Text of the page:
Riley-Smith, Jonathan S. C., ed. The Oxford Illustrated History of the Crusades. Oxford, UK: Oxford University Press, 1995.
An accessible multiauthored work that covers the historiography and the origins of the Crusades through the expeditions to, and settlement of, the Holy Land, as well as their impact on the Muslim Near East. Taking a “pluralist” perspective, further essays discuss crusading in the late medieval period and the continued use of crusading imagery in the modern period in politics and culture.
Runciman, Stephen. A History of the Crusades. 3 vols. Cambridge, UK: Cambridge University Press, 1951–1954.
A beautifully written narrative work responsible for inspiring generations of historians, students, and general readers. The author’s fierce admiration of the Byzantine Empire meant that the Crusaders were coarse, greedy, and barbaric; holy war was characterized as an act of intolerance in the name of God, with the sack of Constantinople in 1204 being the worst of these deeds. It has limited consideration of the religiosity of western Christendom and little serious analysis.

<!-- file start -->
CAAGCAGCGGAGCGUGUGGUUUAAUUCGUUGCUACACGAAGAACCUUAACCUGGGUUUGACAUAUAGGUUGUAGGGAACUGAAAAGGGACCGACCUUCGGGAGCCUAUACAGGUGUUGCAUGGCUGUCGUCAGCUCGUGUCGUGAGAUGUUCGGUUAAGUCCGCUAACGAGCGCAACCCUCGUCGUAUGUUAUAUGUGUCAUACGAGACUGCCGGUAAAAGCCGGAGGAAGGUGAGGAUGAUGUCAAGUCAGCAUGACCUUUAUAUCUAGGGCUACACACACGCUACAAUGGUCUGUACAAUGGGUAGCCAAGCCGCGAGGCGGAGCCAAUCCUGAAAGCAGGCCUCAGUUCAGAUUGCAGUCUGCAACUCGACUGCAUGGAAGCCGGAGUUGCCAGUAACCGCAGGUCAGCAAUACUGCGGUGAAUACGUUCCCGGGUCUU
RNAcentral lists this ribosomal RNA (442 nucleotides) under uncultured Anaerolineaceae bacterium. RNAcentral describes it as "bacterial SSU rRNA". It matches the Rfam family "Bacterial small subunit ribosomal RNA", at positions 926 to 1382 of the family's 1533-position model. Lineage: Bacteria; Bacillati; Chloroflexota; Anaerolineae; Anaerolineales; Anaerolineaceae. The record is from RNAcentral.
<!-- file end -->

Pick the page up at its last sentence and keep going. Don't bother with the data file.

Setton, Kenneth M. A History of the Crusades. 6 vols. Madison: University of Wisconsin Press, 1969–1989.
An enormous endeavor that was conceived before World War II. It suffered from its slow rate of production, often struggling to keep abreast of historiographical trends. It contains some sound narrative chapters, and the later volumes extend into art, architecture, and more cultural issues. Available online through the University of Wisconsin Digital Collections.
Tyerman, Christopher. God’s War: A New History of the Crusades. Cambridge, MA: Belknap Press of Harvard University Press, 2006.
A massive work with a fine contextualization of the First Crusade. Tyerman is particularly strong on the practical preparations for the major crusading expeditions to the Holy Land.